And thirst is not a reliable indicator of dehydration. If you wait to drink until you are thirsty and stop drinking when your thirst is satisfied, you’ll remain 25% to 50% dehydrated.

Fluid Replacement for Maintaining Fluid Balance

The goal of hydration before and during sport is to prevent excessive dehydration and changes in electrolyte balance, to ensure that athletic performance is not compromised.

  • Before an Event

To ensure your athletes go into an event hydrated, they should drink plenty of fluids the day before and morning of an event. It is recommended that 400 to 700 ml (≈2  to 3 cups) of electrolyte or carbohydrate –containing fluid should be ingested 60 to 90 minutes prior to sport. In an event lasting longer than one hour an additional 300 to 600 ml (≈1 to2cups) may be beneficial to the athlete (International Olympic Committee, 2010).

  • During an event

During exercise, appropriate fluid balance helps sustain athletic performance and replenish losses. The consumption of beverages including electrolytes and carbohydrates can provide benefits beyond pure water alone by helping to sustain electrolyte balance and endurance performance by replenishing glycogen stores.

Planning a hydration schedule helps people remember to continue to drink. A tip for athletes is to hydrate before dehydration levels occur, with recommended drinking rate of two to four ounces every fifteen minutes. Endurance athletes participating a training session or event lasting one hour or more are advised to use a combination of electrolytes and carbohydrates. Beverages containing 4 to 8% (4 to 8g / 100mL or approximately 16 grams per cup of fluid) of carbohydrate are advised in order to provide rapid delivery of fluid and fuel and minimize gastric intolerance (International Olympic Committee, 2010).

The type of carbohydrate recommended is a rapidly digested form of sugar, primarily glucose and fructose, avoiding maltodextrin, which can cause gastric distress to the athlete. The use of a commercial sports drink with electrolytes as well as sucrose or syrups containing no more than 50% glucose or fructose is recommended (American Dietetic Association, 2009).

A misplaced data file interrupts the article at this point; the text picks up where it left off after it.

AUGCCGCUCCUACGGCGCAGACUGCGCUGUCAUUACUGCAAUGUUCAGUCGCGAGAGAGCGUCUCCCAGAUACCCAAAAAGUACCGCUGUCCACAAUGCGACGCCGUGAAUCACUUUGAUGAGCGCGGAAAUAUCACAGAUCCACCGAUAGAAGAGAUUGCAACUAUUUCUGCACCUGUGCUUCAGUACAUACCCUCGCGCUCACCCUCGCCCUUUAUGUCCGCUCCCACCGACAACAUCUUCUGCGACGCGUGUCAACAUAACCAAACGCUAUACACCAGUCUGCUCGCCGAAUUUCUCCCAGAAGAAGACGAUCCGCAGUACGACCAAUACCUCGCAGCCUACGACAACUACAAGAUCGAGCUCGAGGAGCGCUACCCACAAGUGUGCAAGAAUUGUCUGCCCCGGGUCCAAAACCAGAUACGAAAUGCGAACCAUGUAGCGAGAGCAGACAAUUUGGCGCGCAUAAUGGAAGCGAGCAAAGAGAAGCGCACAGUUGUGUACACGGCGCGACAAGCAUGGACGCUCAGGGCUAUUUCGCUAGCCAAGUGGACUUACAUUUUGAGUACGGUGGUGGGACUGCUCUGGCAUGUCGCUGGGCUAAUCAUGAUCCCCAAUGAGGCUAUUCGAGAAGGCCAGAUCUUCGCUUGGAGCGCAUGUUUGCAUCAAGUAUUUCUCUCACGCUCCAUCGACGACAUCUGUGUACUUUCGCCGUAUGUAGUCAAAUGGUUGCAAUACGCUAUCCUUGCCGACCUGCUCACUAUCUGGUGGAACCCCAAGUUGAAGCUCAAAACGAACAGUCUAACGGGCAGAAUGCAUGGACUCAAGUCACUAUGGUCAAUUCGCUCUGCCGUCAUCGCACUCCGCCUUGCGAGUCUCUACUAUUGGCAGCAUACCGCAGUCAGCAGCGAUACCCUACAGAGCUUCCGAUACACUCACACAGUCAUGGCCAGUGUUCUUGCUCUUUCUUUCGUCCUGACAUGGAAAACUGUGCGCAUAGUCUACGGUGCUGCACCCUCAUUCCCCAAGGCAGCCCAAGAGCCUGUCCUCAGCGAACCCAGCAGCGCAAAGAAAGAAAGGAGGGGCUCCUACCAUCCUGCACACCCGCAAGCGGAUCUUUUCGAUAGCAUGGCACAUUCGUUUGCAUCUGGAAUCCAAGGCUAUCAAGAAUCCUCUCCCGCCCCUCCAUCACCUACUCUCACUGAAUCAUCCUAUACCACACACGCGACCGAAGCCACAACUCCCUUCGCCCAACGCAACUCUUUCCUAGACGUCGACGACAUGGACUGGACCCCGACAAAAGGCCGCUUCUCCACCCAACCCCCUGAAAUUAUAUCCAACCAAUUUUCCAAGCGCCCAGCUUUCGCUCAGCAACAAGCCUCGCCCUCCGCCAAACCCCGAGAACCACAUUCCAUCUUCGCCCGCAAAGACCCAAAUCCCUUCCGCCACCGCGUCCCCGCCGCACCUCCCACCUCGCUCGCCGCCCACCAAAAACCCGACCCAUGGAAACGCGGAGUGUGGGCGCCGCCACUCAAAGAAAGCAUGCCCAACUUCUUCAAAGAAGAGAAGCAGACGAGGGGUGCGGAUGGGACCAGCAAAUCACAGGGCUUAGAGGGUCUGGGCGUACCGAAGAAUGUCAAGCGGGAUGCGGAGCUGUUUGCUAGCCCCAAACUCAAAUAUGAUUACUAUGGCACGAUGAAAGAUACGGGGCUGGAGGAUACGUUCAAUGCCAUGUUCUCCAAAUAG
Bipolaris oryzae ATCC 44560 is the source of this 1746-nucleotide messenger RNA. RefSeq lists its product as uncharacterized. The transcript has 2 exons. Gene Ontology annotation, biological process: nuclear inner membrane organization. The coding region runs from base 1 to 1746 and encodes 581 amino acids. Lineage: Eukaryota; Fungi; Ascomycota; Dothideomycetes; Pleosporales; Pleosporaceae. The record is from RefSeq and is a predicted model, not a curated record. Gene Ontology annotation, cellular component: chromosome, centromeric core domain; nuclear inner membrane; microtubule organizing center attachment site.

• After an event

After sport it is recommended to measure losses and replenish appropriately. This is an essential part of the recovery process and both water and electrolytes should be replenished. Losses will vary from person to person and a simple at-home assessment of fluid loss can be done to determine exact levels of rehydration that should be met.

A sweat test is an easy way to assess how much fluid should be replaced, and can be done by athletes at their gym or home. To perform a sweat test:

  • Measure body weight before and after a workout.
  • Sweat loss (ounces) is equal to body weight (pounds) before exercise minus body weight after exercise. 16 ounces (2 cups) of water should be consumed for every pound that has been lost.
  • Additionally electrolytes should be replenished. The athlete should consume a minimum of 500mg of sodium per liter of sweat lost.
  • To convert to a sweat rate per hour, the athlete can divide sweat loss by the exercise time in minutes and multiply by 60 (International Olympic Committee, 2010).

Hydration is fundamental to athletic performance and the correct electrolyte balance is needed for maximizing results. However, it is important to remember that because the rate of fluid loss is influence so many variables, rehydration is not one-size-fits-all formula, and therefore careful analysis of the individual’s losses is an integral first step in creating a hydration plan. As personal trainers, reminding your client of the importance of hydration will also help build best-practice hydration habits.